First of all, Aeris is currently at 23,154. Still plugging away, still making it in at least a few hundred above my word count. If I don't get distracted (easy to do with a wireless connection) I can still pull off my nanowrimo record of 1600ish words in an hour. Monday I wrote 1745. Tuesday was 2385 (my son slept in!). Today was less at 1248, because I got distracted by a different story, which caught my eye in the Kindleboards. I'm hoping to hit 25K tomorrow, if nothing catastrophic happens. Which reminds me, I need to back up my file.
Okay, that done, I wanted to mention something that the Kindleboards are abuzz about this morning. So one of the authors in the forum got an email message from Kindle Digital Platforms informing them of some typos in their work and advising them that they needed to make the appropriate changes. The author was said to have hired an editor, but obviously, the editor was not as skilled at finding errors as they claimed (or the author was lying?).
This led to a 6 page firestorm on Kindleboards. Everyone wanted to know if this was something Amazon was going to be doing. They wanted to know if it was random sampling. They wanted to know what qualified as a "typo". Some felt it was unfair that indies were being "singled out" and "targeted" —sorry, that one made me laugh out loud. Amazon is one of the biggest supporters and earners from indies in the entire online, e-reader world. Why in the world would they TARGET their cash cow?
The author posted an excerpt of the book in question, several people made comments, it was decided the author would hire yet ANOTHER editor and re-upload, so the issue was pretty much resolved by the time I got to it.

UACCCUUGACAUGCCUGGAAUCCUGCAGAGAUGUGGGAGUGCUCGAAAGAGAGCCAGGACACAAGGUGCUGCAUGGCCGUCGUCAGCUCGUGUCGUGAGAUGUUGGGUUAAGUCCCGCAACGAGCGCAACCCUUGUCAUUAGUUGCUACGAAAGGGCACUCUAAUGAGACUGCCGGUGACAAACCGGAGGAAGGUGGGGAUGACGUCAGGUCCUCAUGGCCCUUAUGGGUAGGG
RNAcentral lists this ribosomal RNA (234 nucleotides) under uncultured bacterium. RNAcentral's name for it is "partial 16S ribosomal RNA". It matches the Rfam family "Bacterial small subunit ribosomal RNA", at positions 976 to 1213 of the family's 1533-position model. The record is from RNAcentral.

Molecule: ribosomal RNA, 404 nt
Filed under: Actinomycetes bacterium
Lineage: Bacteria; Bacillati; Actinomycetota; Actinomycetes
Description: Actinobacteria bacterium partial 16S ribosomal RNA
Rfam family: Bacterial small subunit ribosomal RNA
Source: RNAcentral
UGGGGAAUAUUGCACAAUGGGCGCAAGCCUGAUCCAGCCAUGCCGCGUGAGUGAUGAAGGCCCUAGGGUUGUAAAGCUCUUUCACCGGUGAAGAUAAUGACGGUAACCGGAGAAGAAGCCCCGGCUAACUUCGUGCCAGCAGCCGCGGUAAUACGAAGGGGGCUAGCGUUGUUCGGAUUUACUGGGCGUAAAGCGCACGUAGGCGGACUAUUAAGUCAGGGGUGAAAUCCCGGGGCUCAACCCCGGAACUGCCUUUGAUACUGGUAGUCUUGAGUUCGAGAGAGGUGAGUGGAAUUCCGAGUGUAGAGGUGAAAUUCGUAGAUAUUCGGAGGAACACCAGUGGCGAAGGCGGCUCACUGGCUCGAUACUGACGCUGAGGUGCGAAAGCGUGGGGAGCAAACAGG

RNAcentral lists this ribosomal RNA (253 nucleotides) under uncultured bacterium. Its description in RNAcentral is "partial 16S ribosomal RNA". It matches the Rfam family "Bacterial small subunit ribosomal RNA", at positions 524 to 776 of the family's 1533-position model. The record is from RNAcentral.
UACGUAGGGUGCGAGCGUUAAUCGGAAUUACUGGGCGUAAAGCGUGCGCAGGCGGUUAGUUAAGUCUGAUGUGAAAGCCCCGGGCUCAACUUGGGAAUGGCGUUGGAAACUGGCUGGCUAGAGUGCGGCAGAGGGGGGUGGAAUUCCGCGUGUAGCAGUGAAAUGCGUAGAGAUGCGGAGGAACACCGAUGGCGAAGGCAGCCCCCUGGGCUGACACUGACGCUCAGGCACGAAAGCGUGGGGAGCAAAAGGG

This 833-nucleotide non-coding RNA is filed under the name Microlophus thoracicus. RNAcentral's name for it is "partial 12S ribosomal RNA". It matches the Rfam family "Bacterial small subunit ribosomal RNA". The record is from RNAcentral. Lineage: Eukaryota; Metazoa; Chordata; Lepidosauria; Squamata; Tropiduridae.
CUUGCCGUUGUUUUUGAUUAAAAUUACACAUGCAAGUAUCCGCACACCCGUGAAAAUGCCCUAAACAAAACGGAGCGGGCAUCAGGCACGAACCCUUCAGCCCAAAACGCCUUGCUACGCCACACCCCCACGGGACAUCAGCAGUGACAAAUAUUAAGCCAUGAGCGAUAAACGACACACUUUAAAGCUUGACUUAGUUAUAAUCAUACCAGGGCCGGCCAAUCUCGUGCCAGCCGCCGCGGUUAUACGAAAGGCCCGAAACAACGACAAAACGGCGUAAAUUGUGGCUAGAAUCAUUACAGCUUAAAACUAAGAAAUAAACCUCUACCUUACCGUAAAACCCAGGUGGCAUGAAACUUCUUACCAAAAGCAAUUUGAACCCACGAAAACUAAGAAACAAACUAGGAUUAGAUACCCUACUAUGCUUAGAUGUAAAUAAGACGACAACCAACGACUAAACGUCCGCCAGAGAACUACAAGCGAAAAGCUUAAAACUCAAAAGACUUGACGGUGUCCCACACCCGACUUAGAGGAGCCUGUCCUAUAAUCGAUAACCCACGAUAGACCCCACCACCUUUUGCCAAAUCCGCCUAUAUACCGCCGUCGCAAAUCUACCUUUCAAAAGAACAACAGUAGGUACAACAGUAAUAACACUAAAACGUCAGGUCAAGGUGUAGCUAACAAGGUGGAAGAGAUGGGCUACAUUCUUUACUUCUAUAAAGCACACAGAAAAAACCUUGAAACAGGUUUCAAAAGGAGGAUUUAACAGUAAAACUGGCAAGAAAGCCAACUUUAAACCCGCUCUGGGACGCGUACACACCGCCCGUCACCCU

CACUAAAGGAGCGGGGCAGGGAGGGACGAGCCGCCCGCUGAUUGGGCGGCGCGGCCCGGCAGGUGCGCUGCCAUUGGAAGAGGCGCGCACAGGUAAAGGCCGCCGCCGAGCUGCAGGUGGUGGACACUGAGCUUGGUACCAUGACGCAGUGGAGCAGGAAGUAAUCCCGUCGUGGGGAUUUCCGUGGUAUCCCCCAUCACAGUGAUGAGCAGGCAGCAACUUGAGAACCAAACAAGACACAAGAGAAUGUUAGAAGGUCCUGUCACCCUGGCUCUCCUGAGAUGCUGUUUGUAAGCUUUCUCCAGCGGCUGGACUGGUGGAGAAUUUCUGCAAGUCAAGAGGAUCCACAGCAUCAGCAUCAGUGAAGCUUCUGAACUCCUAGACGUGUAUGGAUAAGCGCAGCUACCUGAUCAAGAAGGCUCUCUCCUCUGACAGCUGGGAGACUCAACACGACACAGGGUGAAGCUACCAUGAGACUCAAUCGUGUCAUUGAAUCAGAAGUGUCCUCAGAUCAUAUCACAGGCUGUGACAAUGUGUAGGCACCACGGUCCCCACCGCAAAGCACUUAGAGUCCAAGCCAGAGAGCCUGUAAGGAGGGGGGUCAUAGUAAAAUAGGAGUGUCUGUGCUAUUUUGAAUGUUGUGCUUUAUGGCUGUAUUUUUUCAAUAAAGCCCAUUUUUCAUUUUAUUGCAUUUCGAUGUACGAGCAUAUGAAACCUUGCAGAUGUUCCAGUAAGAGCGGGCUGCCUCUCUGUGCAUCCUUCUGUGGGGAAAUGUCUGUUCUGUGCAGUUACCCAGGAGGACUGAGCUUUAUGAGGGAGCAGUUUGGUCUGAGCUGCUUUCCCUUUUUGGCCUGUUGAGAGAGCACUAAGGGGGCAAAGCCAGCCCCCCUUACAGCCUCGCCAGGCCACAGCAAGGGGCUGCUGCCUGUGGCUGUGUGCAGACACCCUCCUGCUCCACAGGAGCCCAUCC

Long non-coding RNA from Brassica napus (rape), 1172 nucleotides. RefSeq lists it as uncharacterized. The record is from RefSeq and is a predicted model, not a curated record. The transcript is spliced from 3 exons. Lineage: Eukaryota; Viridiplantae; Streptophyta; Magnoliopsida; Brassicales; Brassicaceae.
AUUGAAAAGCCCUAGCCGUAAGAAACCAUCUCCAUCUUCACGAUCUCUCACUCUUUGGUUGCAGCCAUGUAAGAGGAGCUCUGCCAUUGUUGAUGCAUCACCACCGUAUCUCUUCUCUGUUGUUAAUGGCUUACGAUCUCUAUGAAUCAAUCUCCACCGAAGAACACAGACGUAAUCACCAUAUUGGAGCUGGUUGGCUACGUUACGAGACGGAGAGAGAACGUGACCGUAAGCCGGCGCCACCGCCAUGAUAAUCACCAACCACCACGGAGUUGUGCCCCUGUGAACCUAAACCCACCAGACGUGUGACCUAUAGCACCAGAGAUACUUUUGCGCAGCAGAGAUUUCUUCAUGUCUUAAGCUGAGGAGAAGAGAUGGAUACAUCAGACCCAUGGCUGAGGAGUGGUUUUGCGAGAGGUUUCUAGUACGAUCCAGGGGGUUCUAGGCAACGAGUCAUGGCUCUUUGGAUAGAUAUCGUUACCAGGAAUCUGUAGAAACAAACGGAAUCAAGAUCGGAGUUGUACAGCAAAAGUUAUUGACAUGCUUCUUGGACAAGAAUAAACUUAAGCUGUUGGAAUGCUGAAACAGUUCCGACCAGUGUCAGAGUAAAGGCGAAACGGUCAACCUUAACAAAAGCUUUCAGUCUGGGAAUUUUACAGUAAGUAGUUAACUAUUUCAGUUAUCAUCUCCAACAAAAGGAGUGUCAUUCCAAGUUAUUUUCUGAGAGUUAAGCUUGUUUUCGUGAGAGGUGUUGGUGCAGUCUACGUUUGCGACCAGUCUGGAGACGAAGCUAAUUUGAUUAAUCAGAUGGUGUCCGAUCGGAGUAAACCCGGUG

But what a great question and philosophical debate that ensued. Let me assure you, there was not a single author there who didn't seem to be in favor of quality standards, if Amazon was indeed enforcing them in the future. I think most of the authors on there are committed to making sure they have a good product to sell. Most of us(who give a crap) hire editors of one kind or another (some hire two!) and when someone gets feedback on typos, they are quick to try and remedy the problem.
I think MOST of us realize that it will only damage our industry and our reputations as a whole, to just throw a book together and post it online. Unfortunately, there are outliers. Maybe there is a great storyteller, whose books are full of grammar and typo errors. Or maybe there is a clean book, grammatically, but the story is horrible. Those exist in both places. I have to say, in my reading thus far, even when I have encountered errors, there have been few of them. I don't think I'm the worst judge of grammar, either.
That being said, some of the most popular authors that are indies have many, many grammar issues in their books. I won't name names, but my mom recently complained about a certain million dollar earning indie author whose books she read, where the grammar and spelling was atrocious. So obviously these things don't bother EVERYONE, since people are still reading those books.
They bother me, though. They do. As a reader and a writer, I think we have a responsibility to try and hold up some kind of standard. What is that? I'm not sure. Let's call it the "try really hard" standard -where if we see a problem as a reader, we let our fellow readers know. And if we're a writer, maybe we should be hiring editors instead of just throwing books up on the web. Just maybe.
But guess what, dear readers of books, there is something you can do! Just like in our political system, we can let our reps know what we think of the job they're doing, at Amazon, you can let them know if there is a book that is FULL of poor formatting or typos or grammar errors. It's located at the bottom of a book's sales page. It looks like this:
If you read a book, ANY book, that you've seen a lot of errors in, you can report it to Amazon and they will let the author or publisher know. Voila! Enjoy your week, and happy reading!